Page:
Mukesh Ambani, Asia’s richest man who spent the first few months of the pandemic raising more than $20 billion (Dh73.5bn) by selling stakes in his technology venture, is now on a shopping spree.
The Indian billionaire is looking to acquire several local online retailers to help expand product offerings, sources said, as he races to build his e-commerce platform and compete against Amazon.
Reliance Industries, Mr Ambani’s oil, retail and telecommunications conglomerate, is in various stages of negotiations to either buy out or purchase stakes in Urban Ladder, an online furniture seller, Zivame, a lingerie maker, and Netmeds, which delivers medicine, the sources said.
The 63-year-old tycoon is seeking to widen his retail footprint in a market that’s become a hot spot for global giants such as Amazon as well as many local rivals, all chasing a billion-plus consumers.
The business mogul last month outlined plans to rope in investors for Reliance Retail, days after selling a combined 33 per cent stake in digital services holding company Jio Platforms to partners including Facebook and Google.
Reliance could pay $160 million for Zivame, the Economic Times reported. The Urban Ladder deal could be pegged at about $30m, while Netmeds at $120m, local media have reported. Milkbasket, a milk delivery company, is also one of the targets, the Times of India reported.
Mr Ambani’s latest hunt for deals follows a wave of similar acquisitions that started in 2017. Since then, his group has purchased British toy store chain Hamleys, a local music streaming app called Saavn, logistics operation Grab a Grub Services and the Haptik artificial intelligence chatbot. Reliance is also closing in on a deal for stakes in some units of Indian retailer Future Group, sources said in June.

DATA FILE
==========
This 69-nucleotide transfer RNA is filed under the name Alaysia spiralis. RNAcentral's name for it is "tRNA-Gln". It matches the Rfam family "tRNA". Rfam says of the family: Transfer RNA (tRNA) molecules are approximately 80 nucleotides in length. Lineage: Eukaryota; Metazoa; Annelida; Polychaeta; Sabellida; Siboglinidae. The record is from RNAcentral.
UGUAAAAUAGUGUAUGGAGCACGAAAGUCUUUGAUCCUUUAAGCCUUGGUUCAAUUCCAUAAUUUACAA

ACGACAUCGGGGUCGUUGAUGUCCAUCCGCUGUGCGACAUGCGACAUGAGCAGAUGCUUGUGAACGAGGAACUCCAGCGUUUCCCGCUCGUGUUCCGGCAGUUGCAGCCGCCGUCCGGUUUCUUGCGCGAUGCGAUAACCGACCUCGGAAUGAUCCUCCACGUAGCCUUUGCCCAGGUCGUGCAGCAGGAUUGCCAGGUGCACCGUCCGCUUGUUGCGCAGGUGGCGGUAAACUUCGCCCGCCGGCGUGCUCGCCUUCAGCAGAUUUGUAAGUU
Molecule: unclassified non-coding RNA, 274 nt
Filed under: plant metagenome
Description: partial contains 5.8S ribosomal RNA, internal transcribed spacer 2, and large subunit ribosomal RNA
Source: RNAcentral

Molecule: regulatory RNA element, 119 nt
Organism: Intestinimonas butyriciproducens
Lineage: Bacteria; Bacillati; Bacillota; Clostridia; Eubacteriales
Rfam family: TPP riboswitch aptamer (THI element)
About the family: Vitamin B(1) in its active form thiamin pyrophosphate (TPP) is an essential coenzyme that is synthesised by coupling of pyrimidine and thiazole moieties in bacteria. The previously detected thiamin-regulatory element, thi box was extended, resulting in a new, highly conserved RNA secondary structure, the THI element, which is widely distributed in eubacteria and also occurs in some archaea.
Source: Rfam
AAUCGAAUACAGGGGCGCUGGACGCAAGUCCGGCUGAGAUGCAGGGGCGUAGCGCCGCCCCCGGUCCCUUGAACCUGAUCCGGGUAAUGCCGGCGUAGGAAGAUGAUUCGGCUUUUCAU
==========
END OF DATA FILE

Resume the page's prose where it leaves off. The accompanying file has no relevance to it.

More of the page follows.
Late last year, Mr Ambani unveiled his shopping portal JioMart, which is now delivering to about 200 cities and towns.
The talks are part of the intensifying war to win over Indian consumers – both online and in physical stores. Amazon has pledged to invest $5.5bn in the country, while Walmart spent $16bn to buy local e-commerce leader Flipkart Online Services in 2018.
While hedge funds largely rejected the age-old adage “don’t fight the Federal Reserve” in the second quarter, there were a few notable exceptions.
Soros Fund Management, the family office of billionaire investor George Soros, boosted its holdings of BlackRock’s iShares iBoxx $ Investment Grade Corporate Bond exchange-traded fund, ticker LQD, by $161m in the period, regulatory filings as of June 30 show. That was the biggest bet among $534m of fast-money inflows, with Moore Capital’s $109m investment ranking second.
Still, the majority of fund managers pulled money from LQD even after the Fed announced in late March that it would purchase corporate bonds and eligible ETFs. Trading effectively froze across bond markets during the height of March’s coronavirus-fuelled turmoil, but the Fed’s backstop sparked a torrid rally that sent billions into corporate bond ETFs.
Despite the surge, hedge funds yanked $1.87bn from LQD – the largest credit ETF – with Elliott Investment Management’s $468m exit and Ken Griffin’s Citadel’s $341m reduction leading the outflows.
For Soros and other funds that piled in, the investment has paid off: LQD has climbed nearly 20 per cent since the Fed announced its support on March 23. The central bank has purchased $8.7bn worth of ETFs through July 31 after starting the facility in mid-May, according to its latest disclosures, and is now the second-largest holder in the $56bn LQD.